So most of those inactive clients, likely up to two thirds of them, who stop seeing you do so unintentionally. They’re not mad at you, you didn’t upset them and they weren’t dissatisfied. They just got caught up in doing other things and they either forgot to book another massage or just got out of the habit.
These past customers are highly predisposed to using massage again. Not only that, but they are highly predisposed to getting their next massage from you specifically because they know and trust you. However, they’ll only do so if you remind them of why they need massage and ask them to come in again to take care of themselves.
One effective way of doing this is by sending a letter – a reactivation letter. There are two approaches that work well.
1. The first is writing an “I’m concerned” letter.
Basically the main idea of this letter is to convey your concern that they have not returned to the clinic for a massage. Tell them that you are concerned that maybe you offended them or maybe they were dissatisfied. It’s very important that you find out so you can make sure this doesn’t happen again. If they have just forgotten to take care of themselves, you would love to see them again. Ask them to contact you to let you know if there was a problem or simply to book a massage appointment. You can tie this to a promotional offer such as a discount or upgrade on their next visit if they come in within the next month.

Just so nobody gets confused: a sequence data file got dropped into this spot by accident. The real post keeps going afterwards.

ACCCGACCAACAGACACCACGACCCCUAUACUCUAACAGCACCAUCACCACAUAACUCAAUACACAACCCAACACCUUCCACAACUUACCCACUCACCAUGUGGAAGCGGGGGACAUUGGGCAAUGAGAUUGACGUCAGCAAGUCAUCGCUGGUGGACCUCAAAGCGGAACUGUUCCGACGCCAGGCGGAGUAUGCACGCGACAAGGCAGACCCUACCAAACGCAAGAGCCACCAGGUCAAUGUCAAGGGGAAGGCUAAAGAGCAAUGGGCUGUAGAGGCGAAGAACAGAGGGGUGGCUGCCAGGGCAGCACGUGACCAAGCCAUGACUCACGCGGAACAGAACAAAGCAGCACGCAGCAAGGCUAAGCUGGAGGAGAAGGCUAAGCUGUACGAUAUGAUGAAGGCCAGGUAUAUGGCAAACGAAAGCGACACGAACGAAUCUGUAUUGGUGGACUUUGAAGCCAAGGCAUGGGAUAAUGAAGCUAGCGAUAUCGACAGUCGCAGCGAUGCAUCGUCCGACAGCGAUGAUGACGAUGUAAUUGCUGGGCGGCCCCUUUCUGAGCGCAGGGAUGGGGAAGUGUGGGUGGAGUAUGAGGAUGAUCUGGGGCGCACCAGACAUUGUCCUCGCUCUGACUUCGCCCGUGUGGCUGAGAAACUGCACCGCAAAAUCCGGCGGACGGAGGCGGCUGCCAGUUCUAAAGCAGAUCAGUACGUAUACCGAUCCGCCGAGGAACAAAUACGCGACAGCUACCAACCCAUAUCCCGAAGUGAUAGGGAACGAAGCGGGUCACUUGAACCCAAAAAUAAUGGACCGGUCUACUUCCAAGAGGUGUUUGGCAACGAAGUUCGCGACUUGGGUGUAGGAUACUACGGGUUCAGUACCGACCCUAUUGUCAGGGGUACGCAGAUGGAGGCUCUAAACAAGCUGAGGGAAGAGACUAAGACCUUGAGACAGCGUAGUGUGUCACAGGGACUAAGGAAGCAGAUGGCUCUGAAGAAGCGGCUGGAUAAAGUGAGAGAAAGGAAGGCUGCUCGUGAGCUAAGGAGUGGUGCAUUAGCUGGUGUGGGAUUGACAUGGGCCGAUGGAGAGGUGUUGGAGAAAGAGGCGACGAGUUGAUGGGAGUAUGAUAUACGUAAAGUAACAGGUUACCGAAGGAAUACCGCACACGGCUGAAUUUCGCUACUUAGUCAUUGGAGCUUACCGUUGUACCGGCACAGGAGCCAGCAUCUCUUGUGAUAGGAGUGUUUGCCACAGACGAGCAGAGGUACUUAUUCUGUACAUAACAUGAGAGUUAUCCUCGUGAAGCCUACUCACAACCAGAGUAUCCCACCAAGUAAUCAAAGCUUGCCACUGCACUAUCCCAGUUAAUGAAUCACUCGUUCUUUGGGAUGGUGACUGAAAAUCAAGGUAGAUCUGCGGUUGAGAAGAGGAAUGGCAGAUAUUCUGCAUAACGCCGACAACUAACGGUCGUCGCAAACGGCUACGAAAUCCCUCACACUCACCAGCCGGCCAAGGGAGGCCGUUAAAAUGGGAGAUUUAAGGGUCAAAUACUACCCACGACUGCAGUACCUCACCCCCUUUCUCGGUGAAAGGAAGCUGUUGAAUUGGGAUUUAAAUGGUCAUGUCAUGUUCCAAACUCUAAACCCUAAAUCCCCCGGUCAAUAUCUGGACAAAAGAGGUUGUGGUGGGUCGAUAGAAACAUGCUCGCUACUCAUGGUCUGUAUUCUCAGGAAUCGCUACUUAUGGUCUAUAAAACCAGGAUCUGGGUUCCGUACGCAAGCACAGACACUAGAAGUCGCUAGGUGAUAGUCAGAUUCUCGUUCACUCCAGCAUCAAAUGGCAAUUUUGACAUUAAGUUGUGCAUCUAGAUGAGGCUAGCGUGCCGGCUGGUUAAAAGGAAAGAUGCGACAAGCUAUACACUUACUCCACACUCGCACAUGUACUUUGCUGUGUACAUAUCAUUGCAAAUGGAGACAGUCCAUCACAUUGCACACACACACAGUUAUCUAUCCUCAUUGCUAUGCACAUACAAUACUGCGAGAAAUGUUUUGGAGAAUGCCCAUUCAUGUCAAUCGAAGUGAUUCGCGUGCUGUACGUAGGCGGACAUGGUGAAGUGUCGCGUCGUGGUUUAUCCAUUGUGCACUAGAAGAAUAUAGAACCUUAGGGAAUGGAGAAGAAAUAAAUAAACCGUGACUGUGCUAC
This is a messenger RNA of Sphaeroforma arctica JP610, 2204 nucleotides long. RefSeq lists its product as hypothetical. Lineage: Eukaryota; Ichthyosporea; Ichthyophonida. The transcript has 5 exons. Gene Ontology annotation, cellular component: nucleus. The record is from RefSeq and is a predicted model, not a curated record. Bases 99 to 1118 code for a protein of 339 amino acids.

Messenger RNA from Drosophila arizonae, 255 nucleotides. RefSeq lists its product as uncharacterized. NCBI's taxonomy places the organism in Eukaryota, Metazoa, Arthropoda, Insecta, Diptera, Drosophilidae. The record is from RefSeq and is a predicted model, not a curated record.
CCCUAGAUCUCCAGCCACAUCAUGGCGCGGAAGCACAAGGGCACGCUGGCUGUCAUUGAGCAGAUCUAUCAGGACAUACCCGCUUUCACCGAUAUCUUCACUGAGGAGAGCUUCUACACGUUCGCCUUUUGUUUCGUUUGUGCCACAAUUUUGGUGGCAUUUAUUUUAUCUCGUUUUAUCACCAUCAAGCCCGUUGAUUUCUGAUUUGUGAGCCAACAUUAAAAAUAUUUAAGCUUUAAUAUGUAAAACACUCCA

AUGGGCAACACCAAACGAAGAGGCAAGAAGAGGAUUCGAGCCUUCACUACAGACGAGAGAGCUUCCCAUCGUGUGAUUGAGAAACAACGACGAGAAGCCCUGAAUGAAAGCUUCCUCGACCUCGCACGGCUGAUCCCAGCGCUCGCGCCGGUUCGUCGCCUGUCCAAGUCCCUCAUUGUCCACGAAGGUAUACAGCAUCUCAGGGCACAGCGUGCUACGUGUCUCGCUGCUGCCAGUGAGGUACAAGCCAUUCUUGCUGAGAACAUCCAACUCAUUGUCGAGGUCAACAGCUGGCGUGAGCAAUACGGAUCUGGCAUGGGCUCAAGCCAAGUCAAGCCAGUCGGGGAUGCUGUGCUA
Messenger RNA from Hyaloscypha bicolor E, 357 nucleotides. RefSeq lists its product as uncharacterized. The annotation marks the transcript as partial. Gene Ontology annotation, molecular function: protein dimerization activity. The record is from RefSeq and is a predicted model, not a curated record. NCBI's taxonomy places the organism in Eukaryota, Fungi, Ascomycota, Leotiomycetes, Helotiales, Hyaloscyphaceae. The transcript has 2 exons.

2. The other letter is a “Whatever happened to” letter.
Do you ever wonder what has happened to clients who just seem to disappear, never to be heard from again? I do. Let them know you were thinking about them: “I was thinking about some of the great people I have met as a massage therapist and I wondered whatever happened to you. (If you can merge your client’s name into the letter to personalize it, the letter will have more impact.) I haven’t seen you in ages. I’d love to see you again. I know massage would be great to help you manage your stress and tensionetc.” Again, ask them to book a massage and perhaps offer them an incentive to do so.
With either of these approaches, you can expect anywhere from 2% to 10% to come in for an appointment.
If you follow up the letter a week later with a personal phone call however, the response will increase dramatically. Expect the response to at least double.